That appeal was unsuccessful, and each Petitioner's sentence was affirmed ( id. at 494, 517 N.E.2d at 1216). Neither Paul nor Raymond filed a timely appeal on direct review to the Illinois Supreme Court.
Next Petitioners jointly petitioned pro se for collateral post-conviction relief in the Lake County Circuit Court pursuant to the Illinois Post-Conviction Hearing Act (725 ILCS 5/122-1 to 5/122-8). Separate counsel were appointed for Paul and Raymond, and each then filed a separate supplemental petition. On March 4, 1992 the State's motion to dismiss each petition was granted without an evidentiary hearing or a trial.
Petitioners then brought separate appeals from the Circuit Court's dismissal of their post-conviction petitions to the Illinois Appellate Court. As stated in that Court's unpublished written opinion ( People v. Centanni, 248 Ill. App. 3d 1104, 660 N.E.2d 288, 214 Ill. Dec. 97 (2d Dist. 1993)), Paul raised several issues as to the effectiveness of both his trial and appellate counsel:
[Paul] asserts that the trial court erroneously dismissed where the record adequately establishes that in light of the brothers' varying degrees of respective culpability and their attorney's failure to advise them of their conflict of interest, he did not receive effective assistance of counsel. He also asserts that the record shows that he did not otherwise receive effective assistance of counsel, basing that latter claim upon the following grounds: (1) that he was never advised that he had a right and a reason to be represented separately from his brother; (2) that his plea was induced upon an understanding that other crimes would not be used against the brothers; and (3) that counsel failed to move to vacate the plea and sentence; (4) that counsel failed to perfect the record on appeal through a motion to supplement the record on the issue of disparity; and (5) that counsel failed to advise the defendant of the option of supreme court review.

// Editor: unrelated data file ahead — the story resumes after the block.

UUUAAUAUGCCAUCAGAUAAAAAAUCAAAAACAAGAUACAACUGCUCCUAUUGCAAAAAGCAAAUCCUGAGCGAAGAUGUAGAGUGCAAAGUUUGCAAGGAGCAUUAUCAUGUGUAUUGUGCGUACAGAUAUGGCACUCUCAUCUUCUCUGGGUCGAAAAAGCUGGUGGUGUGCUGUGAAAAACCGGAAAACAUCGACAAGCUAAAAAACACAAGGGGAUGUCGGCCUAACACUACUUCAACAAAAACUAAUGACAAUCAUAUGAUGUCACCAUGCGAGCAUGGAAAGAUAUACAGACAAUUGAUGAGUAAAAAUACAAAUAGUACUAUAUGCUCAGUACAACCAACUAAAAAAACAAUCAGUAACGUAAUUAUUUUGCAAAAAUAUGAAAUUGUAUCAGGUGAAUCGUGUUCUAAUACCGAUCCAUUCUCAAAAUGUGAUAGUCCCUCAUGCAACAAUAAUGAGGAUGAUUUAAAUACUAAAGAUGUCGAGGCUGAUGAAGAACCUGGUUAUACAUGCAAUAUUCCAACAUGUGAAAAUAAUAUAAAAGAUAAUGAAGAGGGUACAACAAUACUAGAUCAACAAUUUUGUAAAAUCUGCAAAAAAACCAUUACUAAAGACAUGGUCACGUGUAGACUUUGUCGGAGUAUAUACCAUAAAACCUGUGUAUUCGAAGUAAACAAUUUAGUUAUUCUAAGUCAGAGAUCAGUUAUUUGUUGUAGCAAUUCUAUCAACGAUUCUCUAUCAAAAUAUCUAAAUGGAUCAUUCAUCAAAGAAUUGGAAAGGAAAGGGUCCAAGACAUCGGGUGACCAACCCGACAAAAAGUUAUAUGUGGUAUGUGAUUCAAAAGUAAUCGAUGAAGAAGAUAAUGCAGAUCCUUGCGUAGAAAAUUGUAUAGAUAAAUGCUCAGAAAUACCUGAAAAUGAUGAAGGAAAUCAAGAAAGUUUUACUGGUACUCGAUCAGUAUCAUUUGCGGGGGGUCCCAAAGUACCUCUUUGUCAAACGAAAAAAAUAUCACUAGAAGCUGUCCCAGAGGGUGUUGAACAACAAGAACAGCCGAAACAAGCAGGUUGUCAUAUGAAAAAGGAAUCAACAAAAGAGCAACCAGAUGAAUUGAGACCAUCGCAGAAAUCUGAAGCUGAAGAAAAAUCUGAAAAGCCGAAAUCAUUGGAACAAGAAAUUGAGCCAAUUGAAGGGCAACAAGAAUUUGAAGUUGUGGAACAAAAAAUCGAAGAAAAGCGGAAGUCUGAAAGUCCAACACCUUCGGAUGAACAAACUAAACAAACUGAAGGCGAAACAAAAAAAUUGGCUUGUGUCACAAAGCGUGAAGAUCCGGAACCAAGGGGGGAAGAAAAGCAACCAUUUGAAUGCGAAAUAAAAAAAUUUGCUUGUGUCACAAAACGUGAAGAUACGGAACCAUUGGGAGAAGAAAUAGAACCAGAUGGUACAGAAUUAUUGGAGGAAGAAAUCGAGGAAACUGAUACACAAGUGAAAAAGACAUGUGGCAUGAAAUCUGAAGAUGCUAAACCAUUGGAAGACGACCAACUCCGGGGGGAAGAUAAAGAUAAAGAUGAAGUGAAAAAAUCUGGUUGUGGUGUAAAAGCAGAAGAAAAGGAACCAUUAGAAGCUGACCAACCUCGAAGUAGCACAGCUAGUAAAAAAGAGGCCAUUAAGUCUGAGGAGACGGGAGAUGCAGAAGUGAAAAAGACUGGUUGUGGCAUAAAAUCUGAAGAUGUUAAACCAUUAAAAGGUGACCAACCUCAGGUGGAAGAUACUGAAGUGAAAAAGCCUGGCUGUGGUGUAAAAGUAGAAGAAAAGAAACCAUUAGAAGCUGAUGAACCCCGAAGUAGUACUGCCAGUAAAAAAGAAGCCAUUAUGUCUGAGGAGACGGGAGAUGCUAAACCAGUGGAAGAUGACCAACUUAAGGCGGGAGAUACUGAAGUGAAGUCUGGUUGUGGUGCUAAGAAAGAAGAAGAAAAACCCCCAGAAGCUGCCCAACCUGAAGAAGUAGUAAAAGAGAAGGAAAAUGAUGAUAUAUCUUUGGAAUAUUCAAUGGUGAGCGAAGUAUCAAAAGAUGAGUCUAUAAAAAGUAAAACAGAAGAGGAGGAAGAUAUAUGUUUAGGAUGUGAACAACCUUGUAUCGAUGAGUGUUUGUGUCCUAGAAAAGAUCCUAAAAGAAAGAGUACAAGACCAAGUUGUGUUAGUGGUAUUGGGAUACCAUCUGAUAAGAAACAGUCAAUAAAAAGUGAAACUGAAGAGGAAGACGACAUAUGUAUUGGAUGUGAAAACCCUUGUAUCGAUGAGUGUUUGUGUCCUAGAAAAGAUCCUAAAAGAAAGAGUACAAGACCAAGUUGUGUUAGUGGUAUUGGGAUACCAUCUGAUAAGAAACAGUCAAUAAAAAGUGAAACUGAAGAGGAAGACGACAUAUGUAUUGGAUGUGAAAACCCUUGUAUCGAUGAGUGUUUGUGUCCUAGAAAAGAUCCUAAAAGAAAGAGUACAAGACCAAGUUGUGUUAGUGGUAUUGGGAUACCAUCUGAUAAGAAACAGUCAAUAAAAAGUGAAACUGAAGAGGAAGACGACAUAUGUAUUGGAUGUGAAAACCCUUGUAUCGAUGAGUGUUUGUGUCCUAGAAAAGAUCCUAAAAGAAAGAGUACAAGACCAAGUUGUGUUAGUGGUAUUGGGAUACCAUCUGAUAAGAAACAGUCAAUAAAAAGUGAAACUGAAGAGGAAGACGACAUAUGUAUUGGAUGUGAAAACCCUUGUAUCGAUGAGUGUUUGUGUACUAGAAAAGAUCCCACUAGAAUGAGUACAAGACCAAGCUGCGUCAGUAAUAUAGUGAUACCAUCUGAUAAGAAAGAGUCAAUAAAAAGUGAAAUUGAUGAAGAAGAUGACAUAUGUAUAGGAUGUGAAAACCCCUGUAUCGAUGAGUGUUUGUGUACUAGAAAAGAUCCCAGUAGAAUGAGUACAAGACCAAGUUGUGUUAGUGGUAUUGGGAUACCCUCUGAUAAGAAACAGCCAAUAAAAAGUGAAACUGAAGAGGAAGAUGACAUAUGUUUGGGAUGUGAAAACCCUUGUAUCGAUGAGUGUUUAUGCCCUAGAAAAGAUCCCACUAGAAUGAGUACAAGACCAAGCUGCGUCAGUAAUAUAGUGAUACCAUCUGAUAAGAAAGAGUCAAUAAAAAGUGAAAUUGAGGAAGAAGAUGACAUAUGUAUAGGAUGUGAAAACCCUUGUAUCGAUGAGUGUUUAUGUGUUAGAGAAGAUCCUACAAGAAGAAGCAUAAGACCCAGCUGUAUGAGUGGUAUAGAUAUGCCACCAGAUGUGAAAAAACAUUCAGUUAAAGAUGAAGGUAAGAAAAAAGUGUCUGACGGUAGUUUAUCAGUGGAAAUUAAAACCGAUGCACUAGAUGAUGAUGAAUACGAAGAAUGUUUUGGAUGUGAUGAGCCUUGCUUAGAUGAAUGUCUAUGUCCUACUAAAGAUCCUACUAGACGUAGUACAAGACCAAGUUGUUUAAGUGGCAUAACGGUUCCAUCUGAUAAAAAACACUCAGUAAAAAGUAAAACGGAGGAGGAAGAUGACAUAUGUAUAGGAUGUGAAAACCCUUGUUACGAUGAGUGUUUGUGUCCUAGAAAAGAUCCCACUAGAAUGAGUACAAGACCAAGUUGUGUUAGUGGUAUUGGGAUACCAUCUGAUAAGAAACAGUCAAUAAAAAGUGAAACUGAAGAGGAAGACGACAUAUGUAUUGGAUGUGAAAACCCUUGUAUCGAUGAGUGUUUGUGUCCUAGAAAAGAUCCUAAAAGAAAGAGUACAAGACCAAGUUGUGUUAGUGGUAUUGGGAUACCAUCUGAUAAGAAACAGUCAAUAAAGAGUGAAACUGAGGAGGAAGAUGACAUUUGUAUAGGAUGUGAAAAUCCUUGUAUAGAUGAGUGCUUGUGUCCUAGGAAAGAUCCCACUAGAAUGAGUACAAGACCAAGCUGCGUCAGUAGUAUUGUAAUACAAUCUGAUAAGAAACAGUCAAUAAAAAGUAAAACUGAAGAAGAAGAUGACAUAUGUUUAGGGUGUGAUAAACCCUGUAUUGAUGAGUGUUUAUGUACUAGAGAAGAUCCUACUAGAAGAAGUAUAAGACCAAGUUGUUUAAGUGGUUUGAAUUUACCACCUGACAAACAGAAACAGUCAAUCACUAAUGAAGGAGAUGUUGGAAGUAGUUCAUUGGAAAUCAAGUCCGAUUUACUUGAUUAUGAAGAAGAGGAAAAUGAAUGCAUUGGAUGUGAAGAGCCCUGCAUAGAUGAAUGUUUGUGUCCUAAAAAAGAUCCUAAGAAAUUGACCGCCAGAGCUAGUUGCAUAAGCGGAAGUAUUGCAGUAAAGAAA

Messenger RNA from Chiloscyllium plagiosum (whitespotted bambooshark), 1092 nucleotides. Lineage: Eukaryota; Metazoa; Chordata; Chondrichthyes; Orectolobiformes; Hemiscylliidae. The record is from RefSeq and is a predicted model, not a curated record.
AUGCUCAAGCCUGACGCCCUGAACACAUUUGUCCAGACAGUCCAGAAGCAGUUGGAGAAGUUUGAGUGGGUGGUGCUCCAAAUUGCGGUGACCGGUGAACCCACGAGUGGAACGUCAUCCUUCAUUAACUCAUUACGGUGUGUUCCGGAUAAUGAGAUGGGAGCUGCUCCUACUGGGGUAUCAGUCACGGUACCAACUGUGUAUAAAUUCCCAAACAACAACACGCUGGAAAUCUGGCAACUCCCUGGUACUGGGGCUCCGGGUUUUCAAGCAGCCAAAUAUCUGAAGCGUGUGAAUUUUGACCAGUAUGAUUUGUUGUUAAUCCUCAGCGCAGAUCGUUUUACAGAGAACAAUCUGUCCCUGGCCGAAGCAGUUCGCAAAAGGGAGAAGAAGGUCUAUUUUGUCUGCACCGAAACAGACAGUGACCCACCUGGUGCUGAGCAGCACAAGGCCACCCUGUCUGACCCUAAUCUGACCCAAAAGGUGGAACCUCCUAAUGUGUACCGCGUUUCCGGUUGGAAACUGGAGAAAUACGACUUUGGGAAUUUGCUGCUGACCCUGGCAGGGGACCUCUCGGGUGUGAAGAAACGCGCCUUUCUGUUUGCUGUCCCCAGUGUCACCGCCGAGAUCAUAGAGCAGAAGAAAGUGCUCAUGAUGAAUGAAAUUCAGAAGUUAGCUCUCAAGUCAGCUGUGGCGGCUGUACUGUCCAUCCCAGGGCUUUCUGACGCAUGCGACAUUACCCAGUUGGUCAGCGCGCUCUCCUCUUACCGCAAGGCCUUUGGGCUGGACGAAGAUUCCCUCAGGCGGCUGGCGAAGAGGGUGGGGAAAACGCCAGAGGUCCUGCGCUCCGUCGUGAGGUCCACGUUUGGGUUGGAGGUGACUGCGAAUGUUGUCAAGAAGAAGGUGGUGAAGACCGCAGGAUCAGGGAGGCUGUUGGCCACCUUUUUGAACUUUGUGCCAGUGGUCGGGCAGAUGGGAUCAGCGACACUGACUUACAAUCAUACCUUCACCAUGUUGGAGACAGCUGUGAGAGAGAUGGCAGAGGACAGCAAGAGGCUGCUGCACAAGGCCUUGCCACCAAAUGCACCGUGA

As for Raymond, the Appellate Court described the issues presented by his appeal in these terms:
In its unpublished opinion that consolidated Petitioners' separate appeals for disposition, the Appellate Court rejected each of Petitioners' arguments and affirmed the dismissal by the Circuit Court.
Next Petitioners (still acting separately) sought leave to appeal the dismissal of their post-conviction petitions to the Illinois Supreme Court. Paul's petition was untimely, and his belated motion for leave to file instanter was denied. Raymond's timely petition made these arguments:
I. The failure of the petitioner's attorney to file a motion to withdraw his guilty plea constituted a denial of effective assistance, cognizable in a post-conviction proceeding under People v. Wilk, 124 Ill. 2d 93, 529 N.E.2d 218, 124 Ill. Dec. 398 (1988), where the plea resulted from improper legal advice and where he was represented at his plea by an attorney appointed only minutes before the entry of the plea.
II. Where, the failure of counsel in the petitioner's previous appeal to properly supplement the record on appeal with a codefendant's presentence report, judgement order or reports of proceedings from the latter's plea and sentencing hearings prevented the Appellate Court from reaching the merits of the petitioner's disparate sentencing argument in that appeal, counsel plainly failed to provide the petitioner effective assistance, meriting review under the Post-Conviction Hearing Act.
Leave to appeal was denied to Raymond by the Illinois Supreme Court ( People v. Centanni, 154 Ill. 2d 563, 631 N.E.2d 712, 197 Ill. Dec. 490 (1994)).
On December 18, 1995 Petitioners filed these actions seeking federal habeas relief from their sentences, and they superseded their original filings with the Petitions on February 1, 1996. Each now advances six identical ...